MONTGOMERY, Ala. -- Alabama's suspension-riddled team expects to get some reinforcements for Tuesday night's game against Florida (No. 12 ESPN/USA Today, No. 14 AP), but leading scorers JaMychal Green and Tony Mitchell won't be among them.
Crimson Tide coach Anthony Grant said Monday that guards Trevor Releford and Andrew Steele will "most likely" return for a game that could supply a huge boost for the NCAA tournament hopes of a team that once flirted with the top 10 -- or a second-straight setback minus key players.
"The main thing right now for our guys to understand is the importance of making good decisions and understanding the consequences when you make poor decisions and then moving on from that and learning from that," Grant said. "So we're dealing with that. It's disappointing and unfortunate that we have to deal with this in the middle of the season.
"It is what it is, so right now as a team we have to focus on the things we can control, and we have a very challenging game here against a very talented opponent in Florida. We have to get ready to play the game."
Grant suspended Green, Releford and Steele indefinitely a few hours before Saturday's loss at LSU for violating team rules, sending them packing for Tuscaloosa before tipoff.
That was also the second game of Mitchell's suspension.
The disciplinary actions left the Tide (16-8, 5-5 Southeastern Conference) without players responsible for 69 percent of its scoring, 57 percent of rebounding and 54 percent of assists even after that game at a time when the stakes are ratcheted up. Green and Mitchell are the team's top scorers and rebounders, while Releford leads Alabama in assists and Steele is a key role player.
Grant said his decision to hold the players out had much to do with the long-term quality of the program and trying to build "the values and standards that you want your team to represent." He hasn't elaborated on the reasons for the suspensions.
Grant declined to say if the violations of Mitchell and Green were more serious, but reiterated that their suspension remained indefinite.
"I don't want to get into that, that's just the way it is right now," he said.
This is the third time Grant has suspended Green, a first-team All-SEC player, during his three seasons, including a three-game string early last season and one game at the end of 2009-10.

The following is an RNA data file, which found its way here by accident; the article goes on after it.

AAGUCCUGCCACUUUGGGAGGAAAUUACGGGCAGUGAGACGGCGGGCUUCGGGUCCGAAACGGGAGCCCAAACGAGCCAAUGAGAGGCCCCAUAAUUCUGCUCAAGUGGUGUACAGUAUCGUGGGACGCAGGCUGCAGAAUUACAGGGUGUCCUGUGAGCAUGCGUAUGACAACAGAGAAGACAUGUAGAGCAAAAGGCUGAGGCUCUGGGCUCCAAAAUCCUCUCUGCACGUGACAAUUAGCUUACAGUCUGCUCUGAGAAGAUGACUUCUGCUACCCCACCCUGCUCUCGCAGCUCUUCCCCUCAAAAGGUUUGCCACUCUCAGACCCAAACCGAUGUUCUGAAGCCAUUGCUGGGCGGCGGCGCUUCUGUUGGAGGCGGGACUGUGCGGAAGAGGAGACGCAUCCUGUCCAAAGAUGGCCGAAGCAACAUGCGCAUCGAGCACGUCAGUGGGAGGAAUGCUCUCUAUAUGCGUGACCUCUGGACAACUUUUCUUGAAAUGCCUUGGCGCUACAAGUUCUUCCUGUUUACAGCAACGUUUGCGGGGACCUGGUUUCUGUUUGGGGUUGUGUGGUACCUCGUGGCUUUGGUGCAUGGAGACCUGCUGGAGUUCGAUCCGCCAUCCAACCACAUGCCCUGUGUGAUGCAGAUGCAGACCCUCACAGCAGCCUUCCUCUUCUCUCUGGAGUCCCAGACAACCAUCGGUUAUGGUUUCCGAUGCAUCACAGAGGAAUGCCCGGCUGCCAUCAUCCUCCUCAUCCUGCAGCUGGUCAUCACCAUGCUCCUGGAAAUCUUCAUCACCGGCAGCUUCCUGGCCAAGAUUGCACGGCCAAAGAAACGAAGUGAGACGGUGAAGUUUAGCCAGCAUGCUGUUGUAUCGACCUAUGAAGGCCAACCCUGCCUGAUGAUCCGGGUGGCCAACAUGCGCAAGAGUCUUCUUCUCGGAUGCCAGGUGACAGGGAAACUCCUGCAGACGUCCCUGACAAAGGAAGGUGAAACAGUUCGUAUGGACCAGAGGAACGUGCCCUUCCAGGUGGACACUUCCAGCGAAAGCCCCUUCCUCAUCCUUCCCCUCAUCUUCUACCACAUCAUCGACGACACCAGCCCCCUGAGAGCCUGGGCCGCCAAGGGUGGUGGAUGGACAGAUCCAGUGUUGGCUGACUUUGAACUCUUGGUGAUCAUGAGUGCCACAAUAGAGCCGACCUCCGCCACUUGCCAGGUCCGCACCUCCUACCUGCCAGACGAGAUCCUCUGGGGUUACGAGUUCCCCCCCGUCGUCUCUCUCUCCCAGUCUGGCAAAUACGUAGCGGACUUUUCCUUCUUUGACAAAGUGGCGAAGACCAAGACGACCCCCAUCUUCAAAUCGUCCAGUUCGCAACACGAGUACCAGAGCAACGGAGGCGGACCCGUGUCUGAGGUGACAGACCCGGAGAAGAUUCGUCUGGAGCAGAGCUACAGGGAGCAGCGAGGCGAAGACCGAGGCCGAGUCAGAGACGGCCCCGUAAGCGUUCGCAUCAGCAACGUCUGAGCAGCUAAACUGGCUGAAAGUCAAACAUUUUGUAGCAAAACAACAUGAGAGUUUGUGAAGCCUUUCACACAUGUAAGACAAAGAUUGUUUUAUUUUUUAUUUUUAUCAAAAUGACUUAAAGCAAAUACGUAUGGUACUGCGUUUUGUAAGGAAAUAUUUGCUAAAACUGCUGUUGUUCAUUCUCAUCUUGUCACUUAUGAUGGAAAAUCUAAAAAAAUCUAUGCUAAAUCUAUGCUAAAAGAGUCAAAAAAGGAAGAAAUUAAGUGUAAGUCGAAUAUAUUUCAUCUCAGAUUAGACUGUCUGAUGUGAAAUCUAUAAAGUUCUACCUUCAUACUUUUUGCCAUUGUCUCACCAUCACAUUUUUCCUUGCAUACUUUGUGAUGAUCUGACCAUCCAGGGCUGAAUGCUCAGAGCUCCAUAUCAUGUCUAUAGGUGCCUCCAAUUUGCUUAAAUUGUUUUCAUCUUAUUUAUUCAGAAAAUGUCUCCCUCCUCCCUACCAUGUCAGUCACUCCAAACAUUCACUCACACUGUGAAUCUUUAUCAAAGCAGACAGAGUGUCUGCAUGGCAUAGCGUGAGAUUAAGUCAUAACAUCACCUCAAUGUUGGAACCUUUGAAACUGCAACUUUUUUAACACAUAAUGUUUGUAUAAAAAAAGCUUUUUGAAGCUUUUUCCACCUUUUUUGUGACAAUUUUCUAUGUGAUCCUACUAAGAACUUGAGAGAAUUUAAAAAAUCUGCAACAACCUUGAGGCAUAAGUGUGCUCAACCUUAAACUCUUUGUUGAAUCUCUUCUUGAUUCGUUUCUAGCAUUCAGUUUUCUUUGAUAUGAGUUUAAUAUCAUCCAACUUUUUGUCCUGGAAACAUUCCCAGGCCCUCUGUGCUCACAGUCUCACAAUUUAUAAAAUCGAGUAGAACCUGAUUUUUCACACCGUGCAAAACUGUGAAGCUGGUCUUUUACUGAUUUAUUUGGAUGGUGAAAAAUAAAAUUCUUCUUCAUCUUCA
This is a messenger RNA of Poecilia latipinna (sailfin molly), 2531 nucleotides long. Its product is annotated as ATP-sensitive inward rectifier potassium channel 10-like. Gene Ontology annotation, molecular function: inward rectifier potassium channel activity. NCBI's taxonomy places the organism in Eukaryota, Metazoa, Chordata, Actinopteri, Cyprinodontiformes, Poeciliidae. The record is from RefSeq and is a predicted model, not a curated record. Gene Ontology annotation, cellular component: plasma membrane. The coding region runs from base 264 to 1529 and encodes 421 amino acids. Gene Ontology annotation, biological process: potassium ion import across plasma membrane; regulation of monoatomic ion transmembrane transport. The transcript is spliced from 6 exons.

Grant didn't rule it out when asked if he had a "three-strike" policy that might keep Green from returning.
"I'll make some decisions on that later," he said. "Right now my focus is on getting prepared for Florida."
Alabama had risen to No. 12 in the rankings in December and won three straight before the LSU game.
The bold decision on the suspensions was no surprise to Gators coach Billy Donovan, who was Grant's boss for a dozen years at Marshall and Florida.
"I know Anthony Grant about as well as anybody, and I think that he has got incredible integrity and character and knows exactly the way he wants his program run and what he's going to do," Donovan said.
The Tide's eight remaining players -- half of them freshmen -- managed to come fairly close before losing 67-58 to LSU, with freshman Rodney Cooper scoring 28 points. Alabama had beaten Auburn by 18 points without Mitchell.
Now comes a much bigger challenge, even with Releford and Steele.
The Gators (19-6, 7-3) opened last March with a 78-51 rout of a Tide team that still had aspirations of winning an SEC title and making the NCAA field.
Apparently, Grant subscribes to his old coach's philosophy that "in order to win big, you've got to be prepared to lose big."
"I think Anthony's attitude is he's not going to be the kind of guy that's just going to plug holes in a leaking ship," Donovan said. "He's just not going to plug it because eventually that stuff, at some point it's going to rear its head and it's going to bite you.
"There's a certain way I think Anthony wants to go about his team playing, what they want to do every single day in practice, how they want to conduct themselves. I'd say right now Anthony probably has the full attention of his team, because they know right now there's a certain way they have to do things or they're not going to play."